How to Preserve Decorative Gourds to Last Longer will give you the tips and techniques that will help keep these gorgeous fruits stay around just a little bit longer.
“Autumn…the year’s loveliest last smile.” – William Cullen Bryant
If you properly dry your gourds and seal them, they can last for years. Each gourd is truly a work of art, and decorating your home with these amazing gifts from nature can add a rustic touch to any home.
They come in so many different colors, shapes and textures, that they give your fall display the wow factor when mixed with other fall abundance.
The first fruits are ready late summer, so you want to start curing them as soon as you harvest so they stay gorgeous throughout the season.
Use gourds in all your fall displays by placing them in baskets, adding them to your mantel, using them as a table runner, or decorating your front porch with them.
Here’s How to Preserve Decorative Gourds to Last Longer:
1) Choosing gourds.
The stem starts to shrivel and turn brown when the gourd is ready.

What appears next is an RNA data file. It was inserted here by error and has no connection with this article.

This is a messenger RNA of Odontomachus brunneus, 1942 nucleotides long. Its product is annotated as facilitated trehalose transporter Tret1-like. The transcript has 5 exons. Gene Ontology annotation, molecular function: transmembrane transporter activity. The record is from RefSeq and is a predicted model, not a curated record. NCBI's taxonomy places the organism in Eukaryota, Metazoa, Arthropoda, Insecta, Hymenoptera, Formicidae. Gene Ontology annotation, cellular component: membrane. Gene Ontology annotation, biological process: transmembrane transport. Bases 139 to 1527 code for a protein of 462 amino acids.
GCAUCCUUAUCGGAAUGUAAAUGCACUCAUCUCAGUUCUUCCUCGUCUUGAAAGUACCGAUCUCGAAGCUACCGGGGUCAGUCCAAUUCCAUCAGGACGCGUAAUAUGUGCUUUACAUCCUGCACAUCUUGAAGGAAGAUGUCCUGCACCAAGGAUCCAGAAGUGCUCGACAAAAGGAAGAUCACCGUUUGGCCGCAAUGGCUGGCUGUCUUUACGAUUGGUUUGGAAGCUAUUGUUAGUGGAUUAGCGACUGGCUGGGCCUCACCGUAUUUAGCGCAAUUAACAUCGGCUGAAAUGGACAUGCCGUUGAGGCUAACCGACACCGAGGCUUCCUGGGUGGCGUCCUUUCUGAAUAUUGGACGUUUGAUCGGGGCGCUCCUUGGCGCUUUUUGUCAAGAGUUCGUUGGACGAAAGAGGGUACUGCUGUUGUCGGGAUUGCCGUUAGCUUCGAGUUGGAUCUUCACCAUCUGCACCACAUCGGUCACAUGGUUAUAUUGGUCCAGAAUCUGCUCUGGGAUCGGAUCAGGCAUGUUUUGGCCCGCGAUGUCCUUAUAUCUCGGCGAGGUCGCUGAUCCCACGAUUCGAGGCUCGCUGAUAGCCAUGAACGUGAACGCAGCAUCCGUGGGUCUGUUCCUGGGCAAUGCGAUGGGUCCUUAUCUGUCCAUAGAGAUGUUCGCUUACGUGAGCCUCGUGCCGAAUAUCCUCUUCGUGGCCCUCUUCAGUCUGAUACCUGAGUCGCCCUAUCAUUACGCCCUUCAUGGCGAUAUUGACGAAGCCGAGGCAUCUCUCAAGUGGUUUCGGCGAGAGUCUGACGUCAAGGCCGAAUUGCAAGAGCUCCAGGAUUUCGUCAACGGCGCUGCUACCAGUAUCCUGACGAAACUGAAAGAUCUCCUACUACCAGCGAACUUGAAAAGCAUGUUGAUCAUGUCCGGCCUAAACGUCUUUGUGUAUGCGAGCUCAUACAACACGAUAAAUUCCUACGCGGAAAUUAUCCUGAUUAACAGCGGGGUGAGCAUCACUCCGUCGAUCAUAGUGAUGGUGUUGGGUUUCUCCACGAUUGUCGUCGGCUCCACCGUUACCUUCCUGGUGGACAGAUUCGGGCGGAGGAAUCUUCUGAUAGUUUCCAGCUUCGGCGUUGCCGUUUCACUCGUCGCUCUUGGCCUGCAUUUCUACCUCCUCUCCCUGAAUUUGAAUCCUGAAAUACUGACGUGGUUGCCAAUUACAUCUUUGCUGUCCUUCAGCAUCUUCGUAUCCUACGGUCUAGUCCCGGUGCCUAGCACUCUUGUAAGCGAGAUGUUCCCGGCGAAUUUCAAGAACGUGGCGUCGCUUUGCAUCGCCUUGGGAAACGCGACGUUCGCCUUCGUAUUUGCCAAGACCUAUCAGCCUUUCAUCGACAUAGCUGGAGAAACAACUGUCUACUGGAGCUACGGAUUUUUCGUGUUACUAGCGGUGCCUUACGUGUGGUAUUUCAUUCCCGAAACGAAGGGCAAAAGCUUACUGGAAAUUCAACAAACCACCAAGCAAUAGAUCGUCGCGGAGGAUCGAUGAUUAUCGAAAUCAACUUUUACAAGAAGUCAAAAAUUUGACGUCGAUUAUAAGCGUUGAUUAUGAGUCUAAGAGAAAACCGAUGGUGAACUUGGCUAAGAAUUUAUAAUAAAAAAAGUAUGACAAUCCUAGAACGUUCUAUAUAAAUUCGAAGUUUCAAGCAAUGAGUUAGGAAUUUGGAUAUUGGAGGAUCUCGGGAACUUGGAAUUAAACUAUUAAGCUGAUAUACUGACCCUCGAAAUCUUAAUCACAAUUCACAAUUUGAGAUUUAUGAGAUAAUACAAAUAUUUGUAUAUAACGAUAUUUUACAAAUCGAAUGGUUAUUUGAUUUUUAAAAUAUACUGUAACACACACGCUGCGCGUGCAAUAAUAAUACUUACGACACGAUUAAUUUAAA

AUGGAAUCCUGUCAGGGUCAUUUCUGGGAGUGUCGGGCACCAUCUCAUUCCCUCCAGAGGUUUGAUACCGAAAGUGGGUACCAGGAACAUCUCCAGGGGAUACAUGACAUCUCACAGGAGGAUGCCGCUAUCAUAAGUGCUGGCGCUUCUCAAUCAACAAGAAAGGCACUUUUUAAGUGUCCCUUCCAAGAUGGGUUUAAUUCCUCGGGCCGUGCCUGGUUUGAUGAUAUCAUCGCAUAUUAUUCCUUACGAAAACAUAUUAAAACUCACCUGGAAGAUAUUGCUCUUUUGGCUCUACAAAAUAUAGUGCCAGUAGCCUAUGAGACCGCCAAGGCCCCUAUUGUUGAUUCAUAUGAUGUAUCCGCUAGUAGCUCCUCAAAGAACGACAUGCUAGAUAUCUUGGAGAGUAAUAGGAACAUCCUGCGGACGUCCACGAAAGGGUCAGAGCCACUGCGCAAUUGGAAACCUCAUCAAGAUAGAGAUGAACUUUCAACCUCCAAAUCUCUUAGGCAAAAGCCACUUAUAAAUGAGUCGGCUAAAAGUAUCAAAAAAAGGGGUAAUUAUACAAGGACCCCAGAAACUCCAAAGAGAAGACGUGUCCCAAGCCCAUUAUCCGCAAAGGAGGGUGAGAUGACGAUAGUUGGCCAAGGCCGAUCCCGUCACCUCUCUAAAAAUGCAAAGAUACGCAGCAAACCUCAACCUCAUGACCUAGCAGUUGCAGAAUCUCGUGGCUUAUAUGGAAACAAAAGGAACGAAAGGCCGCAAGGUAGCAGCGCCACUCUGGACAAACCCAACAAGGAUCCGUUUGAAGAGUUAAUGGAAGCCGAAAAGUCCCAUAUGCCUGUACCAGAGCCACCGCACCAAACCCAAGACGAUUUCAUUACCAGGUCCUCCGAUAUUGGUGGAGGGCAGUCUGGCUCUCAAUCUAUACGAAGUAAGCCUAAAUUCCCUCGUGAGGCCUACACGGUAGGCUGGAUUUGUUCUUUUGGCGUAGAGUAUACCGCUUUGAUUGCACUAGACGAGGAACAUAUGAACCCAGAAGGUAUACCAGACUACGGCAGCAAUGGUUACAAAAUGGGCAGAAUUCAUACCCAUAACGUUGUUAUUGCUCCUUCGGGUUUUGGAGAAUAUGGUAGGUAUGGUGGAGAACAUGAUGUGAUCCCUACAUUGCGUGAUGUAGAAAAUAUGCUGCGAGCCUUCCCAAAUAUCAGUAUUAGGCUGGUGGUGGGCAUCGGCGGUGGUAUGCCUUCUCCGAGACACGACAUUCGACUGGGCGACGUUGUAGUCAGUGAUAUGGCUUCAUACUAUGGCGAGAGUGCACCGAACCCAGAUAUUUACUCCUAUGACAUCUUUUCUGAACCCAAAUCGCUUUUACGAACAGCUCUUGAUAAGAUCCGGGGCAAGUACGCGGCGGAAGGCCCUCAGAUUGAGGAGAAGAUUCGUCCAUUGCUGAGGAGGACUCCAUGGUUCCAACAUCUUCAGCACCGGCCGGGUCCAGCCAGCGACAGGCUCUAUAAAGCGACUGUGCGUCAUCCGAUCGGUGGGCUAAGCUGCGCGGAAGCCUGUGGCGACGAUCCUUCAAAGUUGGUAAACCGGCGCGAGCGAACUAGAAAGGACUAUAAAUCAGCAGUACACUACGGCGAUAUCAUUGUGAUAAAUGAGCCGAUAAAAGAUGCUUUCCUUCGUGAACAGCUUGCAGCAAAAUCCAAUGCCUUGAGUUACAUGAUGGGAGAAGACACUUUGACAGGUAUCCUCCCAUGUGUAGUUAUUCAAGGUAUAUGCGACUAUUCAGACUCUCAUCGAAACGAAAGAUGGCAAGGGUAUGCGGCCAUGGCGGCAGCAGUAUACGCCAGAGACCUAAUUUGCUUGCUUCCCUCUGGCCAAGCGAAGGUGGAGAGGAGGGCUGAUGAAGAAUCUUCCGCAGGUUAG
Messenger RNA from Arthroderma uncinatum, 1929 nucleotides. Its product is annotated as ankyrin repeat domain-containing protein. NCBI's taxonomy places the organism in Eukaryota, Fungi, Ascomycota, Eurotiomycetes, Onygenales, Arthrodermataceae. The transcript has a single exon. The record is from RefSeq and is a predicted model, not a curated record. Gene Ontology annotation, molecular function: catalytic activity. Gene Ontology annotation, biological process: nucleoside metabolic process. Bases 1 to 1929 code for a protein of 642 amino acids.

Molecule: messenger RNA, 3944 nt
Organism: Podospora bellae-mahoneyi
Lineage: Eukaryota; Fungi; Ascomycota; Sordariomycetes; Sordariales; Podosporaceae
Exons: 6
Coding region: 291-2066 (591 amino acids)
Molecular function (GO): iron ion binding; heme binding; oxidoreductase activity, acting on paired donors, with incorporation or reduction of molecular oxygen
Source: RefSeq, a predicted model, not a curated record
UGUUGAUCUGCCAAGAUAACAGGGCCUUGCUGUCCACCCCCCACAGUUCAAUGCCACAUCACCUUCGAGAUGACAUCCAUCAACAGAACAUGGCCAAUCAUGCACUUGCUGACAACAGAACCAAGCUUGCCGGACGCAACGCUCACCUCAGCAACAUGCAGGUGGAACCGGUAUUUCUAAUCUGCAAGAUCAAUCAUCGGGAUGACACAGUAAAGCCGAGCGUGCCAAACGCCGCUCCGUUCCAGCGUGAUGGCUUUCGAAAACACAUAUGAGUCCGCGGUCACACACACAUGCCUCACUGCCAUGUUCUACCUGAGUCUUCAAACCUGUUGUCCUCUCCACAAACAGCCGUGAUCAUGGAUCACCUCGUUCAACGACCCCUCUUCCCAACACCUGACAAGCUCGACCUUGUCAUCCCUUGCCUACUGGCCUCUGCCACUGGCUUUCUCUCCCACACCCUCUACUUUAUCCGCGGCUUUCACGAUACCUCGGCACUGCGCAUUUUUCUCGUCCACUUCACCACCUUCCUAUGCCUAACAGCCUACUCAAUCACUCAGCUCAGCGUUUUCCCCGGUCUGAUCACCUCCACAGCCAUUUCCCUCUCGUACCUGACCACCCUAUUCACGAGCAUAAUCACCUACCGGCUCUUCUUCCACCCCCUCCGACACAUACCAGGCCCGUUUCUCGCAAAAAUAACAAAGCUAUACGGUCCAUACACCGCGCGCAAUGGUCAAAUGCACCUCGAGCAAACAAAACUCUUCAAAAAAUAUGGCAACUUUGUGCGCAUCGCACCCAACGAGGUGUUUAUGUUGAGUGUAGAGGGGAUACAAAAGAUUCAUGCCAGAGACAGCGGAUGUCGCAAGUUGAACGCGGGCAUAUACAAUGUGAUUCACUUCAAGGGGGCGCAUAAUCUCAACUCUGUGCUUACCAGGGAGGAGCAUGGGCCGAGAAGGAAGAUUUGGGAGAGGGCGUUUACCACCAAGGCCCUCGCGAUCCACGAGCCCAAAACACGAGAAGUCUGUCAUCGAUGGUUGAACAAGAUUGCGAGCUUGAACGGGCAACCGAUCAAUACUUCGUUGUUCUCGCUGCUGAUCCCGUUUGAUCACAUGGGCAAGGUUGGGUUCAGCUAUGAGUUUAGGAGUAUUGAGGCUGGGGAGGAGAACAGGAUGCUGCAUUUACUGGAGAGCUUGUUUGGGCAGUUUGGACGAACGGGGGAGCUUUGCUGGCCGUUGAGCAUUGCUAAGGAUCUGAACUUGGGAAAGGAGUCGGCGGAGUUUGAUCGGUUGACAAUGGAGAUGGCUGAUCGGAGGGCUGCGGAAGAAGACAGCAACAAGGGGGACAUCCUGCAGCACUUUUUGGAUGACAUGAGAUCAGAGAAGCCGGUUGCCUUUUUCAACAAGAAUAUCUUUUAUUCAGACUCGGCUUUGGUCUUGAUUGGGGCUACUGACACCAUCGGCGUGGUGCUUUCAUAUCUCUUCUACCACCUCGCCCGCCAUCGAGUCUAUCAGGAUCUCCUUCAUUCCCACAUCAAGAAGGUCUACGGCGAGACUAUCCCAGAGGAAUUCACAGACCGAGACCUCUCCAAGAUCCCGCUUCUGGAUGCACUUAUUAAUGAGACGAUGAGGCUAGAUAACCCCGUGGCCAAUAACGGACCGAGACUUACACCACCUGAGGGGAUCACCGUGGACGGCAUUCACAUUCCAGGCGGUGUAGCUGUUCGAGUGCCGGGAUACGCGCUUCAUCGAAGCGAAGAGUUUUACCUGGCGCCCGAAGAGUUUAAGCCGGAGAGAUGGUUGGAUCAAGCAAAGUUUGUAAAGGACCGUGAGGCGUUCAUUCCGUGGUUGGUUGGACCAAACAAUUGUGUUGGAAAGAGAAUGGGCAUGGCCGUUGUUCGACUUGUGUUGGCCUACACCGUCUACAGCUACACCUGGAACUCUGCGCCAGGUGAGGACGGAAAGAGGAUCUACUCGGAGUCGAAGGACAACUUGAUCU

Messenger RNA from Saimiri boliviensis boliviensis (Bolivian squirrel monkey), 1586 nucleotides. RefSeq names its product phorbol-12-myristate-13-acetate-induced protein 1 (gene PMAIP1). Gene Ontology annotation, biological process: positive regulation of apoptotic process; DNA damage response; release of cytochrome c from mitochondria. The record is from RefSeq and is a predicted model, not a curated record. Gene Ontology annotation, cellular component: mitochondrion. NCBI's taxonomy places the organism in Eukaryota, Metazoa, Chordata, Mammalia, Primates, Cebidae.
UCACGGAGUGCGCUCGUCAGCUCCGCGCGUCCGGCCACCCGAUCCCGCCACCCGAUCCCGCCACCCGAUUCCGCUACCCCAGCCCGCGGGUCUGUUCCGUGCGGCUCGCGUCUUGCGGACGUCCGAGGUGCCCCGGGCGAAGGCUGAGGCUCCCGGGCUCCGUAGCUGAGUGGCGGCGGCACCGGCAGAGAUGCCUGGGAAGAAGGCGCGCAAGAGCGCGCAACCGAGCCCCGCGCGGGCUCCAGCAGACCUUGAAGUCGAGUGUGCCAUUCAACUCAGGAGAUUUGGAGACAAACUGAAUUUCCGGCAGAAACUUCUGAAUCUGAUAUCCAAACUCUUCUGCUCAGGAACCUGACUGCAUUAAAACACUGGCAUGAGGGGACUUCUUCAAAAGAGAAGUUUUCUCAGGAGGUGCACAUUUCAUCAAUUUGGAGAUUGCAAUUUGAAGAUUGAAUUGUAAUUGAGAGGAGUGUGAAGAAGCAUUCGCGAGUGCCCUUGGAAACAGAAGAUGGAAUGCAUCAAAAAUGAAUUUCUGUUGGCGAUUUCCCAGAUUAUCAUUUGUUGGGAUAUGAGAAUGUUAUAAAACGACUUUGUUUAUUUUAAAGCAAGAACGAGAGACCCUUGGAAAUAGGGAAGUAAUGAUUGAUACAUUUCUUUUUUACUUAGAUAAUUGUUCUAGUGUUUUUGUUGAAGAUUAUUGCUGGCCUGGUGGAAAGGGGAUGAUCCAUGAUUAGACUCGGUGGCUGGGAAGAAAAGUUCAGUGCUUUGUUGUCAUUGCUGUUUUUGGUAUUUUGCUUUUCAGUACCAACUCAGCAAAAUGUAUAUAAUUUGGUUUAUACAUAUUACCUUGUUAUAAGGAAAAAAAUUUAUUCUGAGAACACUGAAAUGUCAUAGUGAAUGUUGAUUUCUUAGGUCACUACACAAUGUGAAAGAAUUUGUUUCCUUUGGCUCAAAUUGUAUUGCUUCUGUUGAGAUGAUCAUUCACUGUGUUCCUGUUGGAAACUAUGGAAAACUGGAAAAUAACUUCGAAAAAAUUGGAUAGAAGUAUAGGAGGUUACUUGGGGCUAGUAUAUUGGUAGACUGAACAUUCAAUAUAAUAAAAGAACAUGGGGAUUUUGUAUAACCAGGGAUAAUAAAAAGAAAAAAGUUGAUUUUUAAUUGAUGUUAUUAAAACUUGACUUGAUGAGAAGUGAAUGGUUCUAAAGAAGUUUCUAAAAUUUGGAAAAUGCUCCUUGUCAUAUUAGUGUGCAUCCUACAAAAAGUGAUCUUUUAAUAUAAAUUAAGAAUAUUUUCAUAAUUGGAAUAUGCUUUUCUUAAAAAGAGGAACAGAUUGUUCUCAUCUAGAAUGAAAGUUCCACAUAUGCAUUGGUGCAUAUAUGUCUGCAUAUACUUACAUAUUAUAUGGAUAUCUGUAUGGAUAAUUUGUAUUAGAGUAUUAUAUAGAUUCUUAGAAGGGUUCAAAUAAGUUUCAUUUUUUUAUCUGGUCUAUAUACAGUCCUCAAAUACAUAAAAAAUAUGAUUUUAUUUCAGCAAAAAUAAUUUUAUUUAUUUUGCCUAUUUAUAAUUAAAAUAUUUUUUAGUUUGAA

Look over each gourd and make sure there isn’t any damage to the skin and that it’s firm to the touch.
When you cut the stem, allow a few inches of stem to be attached to the gourd. The stem helps keep the gourd healthy while you are curing it.
2) Soap and water.
Clean the gourds with soap and water to remove any soil or bacteria that is attached to the skin.
3) Bleach bath.
You should give your gourds a bleach bath after removing the soil. Doing so eliminates bacteria that cause the rotting.
For your bleach bath you mix one gallon of water with one tablespoon of bleach in a bucket. Add gourds to the bucket for a few minutes.
Dry off each gourd with a towel.
You will want to find a warm, dry, shaded place to cure your gourds. Pick a spot that has good ventilation, like an attic.
Shade will keep the gourd’s color intake and heat will help with the drying process.
Place pieces of cardboard down or newspapers on a flat surface and place gourds on top of it, making sure none of the gourds touch.
Turn the gourds often. You know they will be cured when you can shake the gourd and hear the seeds rattle.
Smaller gourds will dry in a few weeks, and larger gourds can take up to one year to dry.
You can display the gourds with the natural look or add paste wax, shellac or acrylic varnish for that glossy look.
We’ve reached the end of How to Preserve Decorative Gourds to Last Longer. I hope you enjoyed it!
Let me know in the comments below how you like to decorate your home with gourds.